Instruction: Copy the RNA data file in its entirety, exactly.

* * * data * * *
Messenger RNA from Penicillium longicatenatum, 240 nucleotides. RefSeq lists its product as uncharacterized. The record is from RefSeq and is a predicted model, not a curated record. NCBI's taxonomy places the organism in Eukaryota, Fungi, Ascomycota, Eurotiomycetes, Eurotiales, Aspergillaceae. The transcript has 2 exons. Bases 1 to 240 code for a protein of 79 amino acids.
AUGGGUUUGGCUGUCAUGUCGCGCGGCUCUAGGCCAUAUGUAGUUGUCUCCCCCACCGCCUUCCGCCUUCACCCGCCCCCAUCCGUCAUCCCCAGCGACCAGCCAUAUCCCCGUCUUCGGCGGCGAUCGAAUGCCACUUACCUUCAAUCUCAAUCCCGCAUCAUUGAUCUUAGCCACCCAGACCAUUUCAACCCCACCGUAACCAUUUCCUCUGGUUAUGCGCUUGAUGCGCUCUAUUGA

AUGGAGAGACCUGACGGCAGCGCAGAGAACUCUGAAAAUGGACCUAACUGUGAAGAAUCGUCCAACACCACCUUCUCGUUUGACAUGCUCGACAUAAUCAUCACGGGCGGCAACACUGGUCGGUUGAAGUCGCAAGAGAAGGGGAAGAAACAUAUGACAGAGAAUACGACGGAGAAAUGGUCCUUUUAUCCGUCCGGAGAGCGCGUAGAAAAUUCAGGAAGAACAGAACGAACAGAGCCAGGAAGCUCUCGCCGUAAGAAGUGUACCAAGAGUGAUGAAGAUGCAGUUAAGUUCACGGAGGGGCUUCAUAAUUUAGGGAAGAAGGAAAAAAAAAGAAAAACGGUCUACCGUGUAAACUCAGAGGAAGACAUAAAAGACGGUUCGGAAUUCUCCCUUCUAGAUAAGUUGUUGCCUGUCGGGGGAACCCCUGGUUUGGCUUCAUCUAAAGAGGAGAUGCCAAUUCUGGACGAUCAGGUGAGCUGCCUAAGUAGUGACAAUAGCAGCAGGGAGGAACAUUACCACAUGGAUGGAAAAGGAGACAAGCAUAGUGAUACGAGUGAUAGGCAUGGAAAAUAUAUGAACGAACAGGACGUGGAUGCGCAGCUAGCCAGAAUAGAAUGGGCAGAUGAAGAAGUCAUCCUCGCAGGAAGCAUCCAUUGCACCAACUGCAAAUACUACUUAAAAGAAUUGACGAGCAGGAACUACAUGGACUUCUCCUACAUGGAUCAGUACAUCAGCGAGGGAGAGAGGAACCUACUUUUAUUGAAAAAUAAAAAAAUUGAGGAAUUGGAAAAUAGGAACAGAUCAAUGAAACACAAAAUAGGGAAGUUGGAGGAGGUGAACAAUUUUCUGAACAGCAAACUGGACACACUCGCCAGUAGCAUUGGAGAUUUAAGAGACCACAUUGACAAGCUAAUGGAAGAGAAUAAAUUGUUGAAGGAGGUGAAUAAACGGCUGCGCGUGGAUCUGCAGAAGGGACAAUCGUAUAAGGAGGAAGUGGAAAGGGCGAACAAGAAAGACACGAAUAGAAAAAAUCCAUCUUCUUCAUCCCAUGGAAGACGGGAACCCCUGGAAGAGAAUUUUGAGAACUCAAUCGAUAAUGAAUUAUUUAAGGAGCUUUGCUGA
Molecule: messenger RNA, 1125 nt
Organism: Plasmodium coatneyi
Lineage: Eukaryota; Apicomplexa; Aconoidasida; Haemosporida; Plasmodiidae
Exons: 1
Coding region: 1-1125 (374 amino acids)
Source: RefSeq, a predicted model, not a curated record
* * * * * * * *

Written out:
Messenger RNA from Penicillium longicatenatum, 240 nucleotides. RefSeq lists its product as uncharacterized. The record is from RefSeq and is a predicted model, not a curated record. NCBI's taxonomy places the organism in Eukaryota, Fungi, Ascomycota, Eurotiomycetes, Eurotiales, Aspergillaceae. The transcript has 2 exons. Bases 1 to 240 code for a protein of 79 amino acids.
AUGGGUUUGGCUGUCAUGUCGCGCGGCUCUAGGCCAUAUGUAGUUGUCUCCCCCACCGCCUUCCGCCUUCACCCGCCCCCAUCCGUCAUCCCCAGCGACCAGCCAUAUCCCCGUCUUCGGCGGCGAUCGAAUGCCACUUACCUUCAAUCUCAAUCCCGCAUCAUUGAUCUUAGCCACCCAGACCAUUUCAACCCCACCGUAACCAUUUCCUCUGGUUAUGCGCUUGAUGCGCUCUAUUGA

AUGGAGAGACCUGACGGCAGCGCAGAGAACUCUGAAAAUGGACCUAACUGUGAAGAAUCGUCCAACACCACCUUCUCGUUUGACAUGCUCGACAUAAUCAUCACGGGCGGCAACACUGGUCGGUUGAAGUCGCAAGAGAAGGGGAAGAAACAUAUGACAGAGAAUACGACGGAGAAAUGGUCCUUUUAUCCGUCCGGAGAGCGCGUAGAAAAUUCAGGAAGAACAGAACGAACAGAGCCAGGAAGCUCUCGCCGUAAGAAGUGUACCAAGAGUGAUGAAGAUGCAGUUAAGUUCACGGAGGGGCUUCAUAAUUUAGGGAAGAAGGAAAAAAAAAGAAAAACGGUCUACCGUGUAAACUCAGAGGAAGACAUAAAAGACGGUUCGGAAUUCUCCCUUCUAGAUAAGUUGUUGCCUGUCGGGGGAACCCCUGGUUUGGCUUCAUCUAAAGAGGAGAUGCCAAUUCUGGACGAUCAGGUGAGCUGCCUAAGUAGUGACAAUAGCAGCAGGGAGGAACAUUACCACAUGGAUGGAAAAGGAGACAAGCAUAGUGAUACGAGUGAUAGGCAUGGAAAAUAUAUGAACGAACAGGACGUGGAUGCGCAGCUAGCCAGAAUAGAAUGGGCAGAUGAAGAAGUCAUCCUCGCAGGAAGCAUCCAUUGCACCAACUGCAAAUACUACUUAAAAGAAUUGACGAGCAGGAACUACAUGGACUUCUCCUACAUGGAUCAGUACAUCAGCGAGGGAGAGAGGAACCUACUUUUAUUGAAAAAUAAAAAAAUUGAGGAAUUGGAAAAUAGGAACAGAUCAAUGAAACACAAAAUAGGGAAGUUGGAGGAGGUGAACAAUUUUCUGAACAGCAAACUGGACACACUCGCCAGUAGCAUUGGAGAUUUAAGAGACCACAUUGACAAGCUAAUGGAAGAGAAUAAAUUGUUGAAGGAGGUGAAUAAACGGCUGCGCGUGGAUCUGCAGAAGGGACAAUCGUAUAAGGAGGAAGUGGAAAGGGCGAACAAGAAAGACACGAAUAGAAAAAAUCCAUCUUCUUCAUCCCAUGGAAGACGGGAACCCCUGGAAGAGAAUUUUGAGAACUCAAUCGAUAAUGAAUUAUUUAAGGAGCUUUGCUGA
Molecule: messenger RNA, 1125 nt
Organism: Plasmodium coatneyi
Lineage: Eukaryota; Apicomplexa; Aconoidasida; Haemosporida; Plasmodiidae
Exons: 1
Coding region: 1-1125 (374 amino acids)
Source: RefSeq, a predicted model, not a curated record